Archived 2010-2011 topics: Elusive Antpitta (Grallaria eludens): downlist to Least Concern?

Elusive Antpitta Grallaria eludens occurs in south-east Peru in Ucayali (Balta and on the Cordillera Divisor), and probably Madre de Dios (Manu National Park and Cerro Pantiacolla), and has recently been discovered on the upper rio Juruá, Brazil. It is listed as Near Threatened on the IUCN Red List because it was thought to have a restricted range that approaches the threshold for listing as Vulnerable (<20,000 km2) combined with severely fragmented habitat or occurrence at approximately ten or fewer locations and a continuing decline in its habitat, population size or number of locations/sub-populations.

However, this species has been mapped by Natureserve/BirdLife International as having an estimated Extent of Occurrence (EOO) of 384,000 km2, hence it does not appear to approach the IUCN thresholds and appears to warrant downlisting to Least Concern. However, if the species has experienced declines over the past three generations (14 years, BirdLife International unpubl. data) approaching 30% it may warrant listing as Near Threatened under the A criterion (population declines). Given its relatively large range size it seems unlikely that this species will have a population approaching 10,000 mature individuals so it would not qualify as threatened or Near Threatened on population size under the C criterion.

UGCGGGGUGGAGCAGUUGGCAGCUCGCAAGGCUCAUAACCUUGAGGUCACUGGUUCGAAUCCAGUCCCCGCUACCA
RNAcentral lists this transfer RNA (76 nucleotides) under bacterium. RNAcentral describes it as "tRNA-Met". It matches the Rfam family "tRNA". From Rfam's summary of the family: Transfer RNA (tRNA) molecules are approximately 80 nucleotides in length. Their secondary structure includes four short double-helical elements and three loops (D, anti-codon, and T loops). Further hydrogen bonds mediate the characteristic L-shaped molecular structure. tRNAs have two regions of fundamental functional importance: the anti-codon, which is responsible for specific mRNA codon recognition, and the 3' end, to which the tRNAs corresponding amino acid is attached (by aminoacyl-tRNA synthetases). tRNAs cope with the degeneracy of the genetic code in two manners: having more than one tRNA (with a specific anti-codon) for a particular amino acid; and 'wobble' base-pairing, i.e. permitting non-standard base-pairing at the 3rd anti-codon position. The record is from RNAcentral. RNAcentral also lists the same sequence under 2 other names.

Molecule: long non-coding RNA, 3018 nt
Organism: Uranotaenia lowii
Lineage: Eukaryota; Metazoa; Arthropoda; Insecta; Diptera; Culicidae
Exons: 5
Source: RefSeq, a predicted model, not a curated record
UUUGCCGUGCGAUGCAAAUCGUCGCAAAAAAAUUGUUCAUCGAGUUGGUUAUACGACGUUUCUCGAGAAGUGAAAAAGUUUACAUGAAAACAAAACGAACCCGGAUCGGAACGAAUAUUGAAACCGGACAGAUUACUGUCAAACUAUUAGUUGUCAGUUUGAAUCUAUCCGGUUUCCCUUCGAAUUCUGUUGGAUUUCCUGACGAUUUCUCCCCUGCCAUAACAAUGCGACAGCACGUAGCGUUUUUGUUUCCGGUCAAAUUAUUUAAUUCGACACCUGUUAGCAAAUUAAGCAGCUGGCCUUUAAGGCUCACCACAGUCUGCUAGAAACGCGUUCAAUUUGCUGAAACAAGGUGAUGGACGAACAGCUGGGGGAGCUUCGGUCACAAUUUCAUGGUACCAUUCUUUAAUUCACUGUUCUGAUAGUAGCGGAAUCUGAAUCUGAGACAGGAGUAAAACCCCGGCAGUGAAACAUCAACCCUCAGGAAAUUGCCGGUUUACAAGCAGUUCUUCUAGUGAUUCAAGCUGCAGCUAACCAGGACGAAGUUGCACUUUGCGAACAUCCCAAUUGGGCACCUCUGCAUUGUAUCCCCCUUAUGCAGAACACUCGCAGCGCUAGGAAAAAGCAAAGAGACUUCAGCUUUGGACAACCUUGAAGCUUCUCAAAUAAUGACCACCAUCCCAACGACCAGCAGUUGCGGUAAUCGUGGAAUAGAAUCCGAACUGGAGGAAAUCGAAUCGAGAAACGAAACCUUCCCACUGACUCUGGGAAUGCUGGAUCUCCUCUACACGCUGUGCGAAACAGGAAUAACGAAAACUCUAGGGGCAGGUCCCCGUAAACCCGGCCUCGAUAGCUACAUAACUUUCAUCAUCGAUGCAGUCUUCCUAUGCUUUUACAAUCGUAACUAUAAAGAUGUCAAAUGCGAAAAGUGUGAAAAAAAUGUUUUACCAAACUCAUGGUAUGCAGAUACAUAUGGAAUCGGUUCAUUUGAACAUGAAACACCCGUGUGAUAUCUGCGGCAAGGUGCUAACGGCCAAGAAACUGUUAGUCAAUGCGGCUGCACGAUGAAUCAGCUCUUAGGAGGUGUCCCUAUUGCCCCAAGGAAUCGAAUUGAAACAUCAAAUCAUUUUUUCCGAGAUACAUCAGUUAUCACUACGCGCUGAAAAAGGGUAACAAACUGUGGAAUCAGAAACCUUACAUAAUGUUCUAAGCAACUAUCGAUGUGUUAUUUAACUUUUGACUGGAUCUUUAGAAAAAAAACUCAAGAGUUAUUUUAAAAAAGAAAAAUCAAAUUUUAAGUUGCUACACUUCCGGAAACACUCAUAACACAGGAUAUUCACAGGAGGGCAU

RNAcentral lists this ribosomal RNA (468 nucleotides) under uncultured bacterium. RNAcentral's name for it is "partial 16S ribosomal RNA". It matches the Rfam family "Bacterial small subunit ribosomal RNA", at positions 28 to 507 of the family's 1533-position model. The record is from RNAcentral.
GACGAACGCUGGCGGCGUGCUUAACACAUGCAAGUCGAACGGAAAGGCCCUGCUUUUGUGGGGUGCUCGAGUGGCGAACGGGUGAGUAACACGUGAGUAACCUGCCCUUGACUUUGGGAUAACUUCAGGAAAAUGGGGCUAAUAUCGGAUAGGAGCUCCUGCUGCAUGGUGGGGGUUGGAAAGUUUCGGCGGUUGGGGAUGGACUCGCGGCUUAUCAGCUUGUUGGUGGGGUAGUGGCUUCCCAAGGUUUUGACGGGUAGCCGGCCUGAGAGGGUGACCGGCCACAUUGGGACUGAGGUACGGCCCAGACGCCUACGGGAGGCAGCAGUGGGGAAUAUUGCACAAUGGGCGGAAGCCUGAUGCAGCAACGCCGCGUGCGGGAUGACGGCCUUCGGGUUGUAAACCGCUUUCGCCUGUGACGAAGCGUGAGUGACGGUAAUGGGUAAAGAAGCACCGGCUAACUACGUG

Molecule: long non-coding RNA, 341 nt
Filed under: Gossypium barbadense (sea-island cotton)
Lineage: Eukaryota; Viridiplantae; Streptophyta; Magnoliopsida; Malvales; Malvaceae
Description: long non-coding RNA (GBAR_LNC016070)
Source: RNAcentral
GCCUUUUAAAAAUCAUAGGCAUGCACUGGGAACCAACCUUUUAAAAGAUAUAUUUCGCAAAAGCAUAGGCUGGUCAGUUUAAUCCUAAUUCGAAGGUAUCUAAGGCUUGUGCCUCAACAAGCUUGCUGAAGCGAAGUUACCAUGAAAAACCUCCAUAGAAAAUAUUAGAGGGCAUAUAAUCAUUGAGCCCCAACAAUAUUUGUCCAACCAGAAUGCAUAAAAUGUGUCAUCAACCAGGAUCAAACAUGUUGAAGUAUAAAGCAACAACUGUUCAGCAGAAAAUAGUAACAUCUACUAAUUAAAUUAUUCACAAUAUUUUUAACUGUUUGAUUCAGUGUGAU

Comments on the population trends of this species and its proposed downlisting are welcomed.

(This discussion was started as part of the 2010 Red List update)

This entry was posted in Archive, South America and tagged . Bookmark the permalink.

1 Response to Archived 2010-2011 topics: Elusive Antpitta (Grallaria eludens): downlist to Least Concern?

  1. Given a relatively large range in Amazonian forest that in Peru, at least, is under fairly limited developmental pressure. I would favor changing its status to Least Concern. The only counter argument would be that the species is routinely considered rare. Could be that data deficient would be another option.

Comments are closed.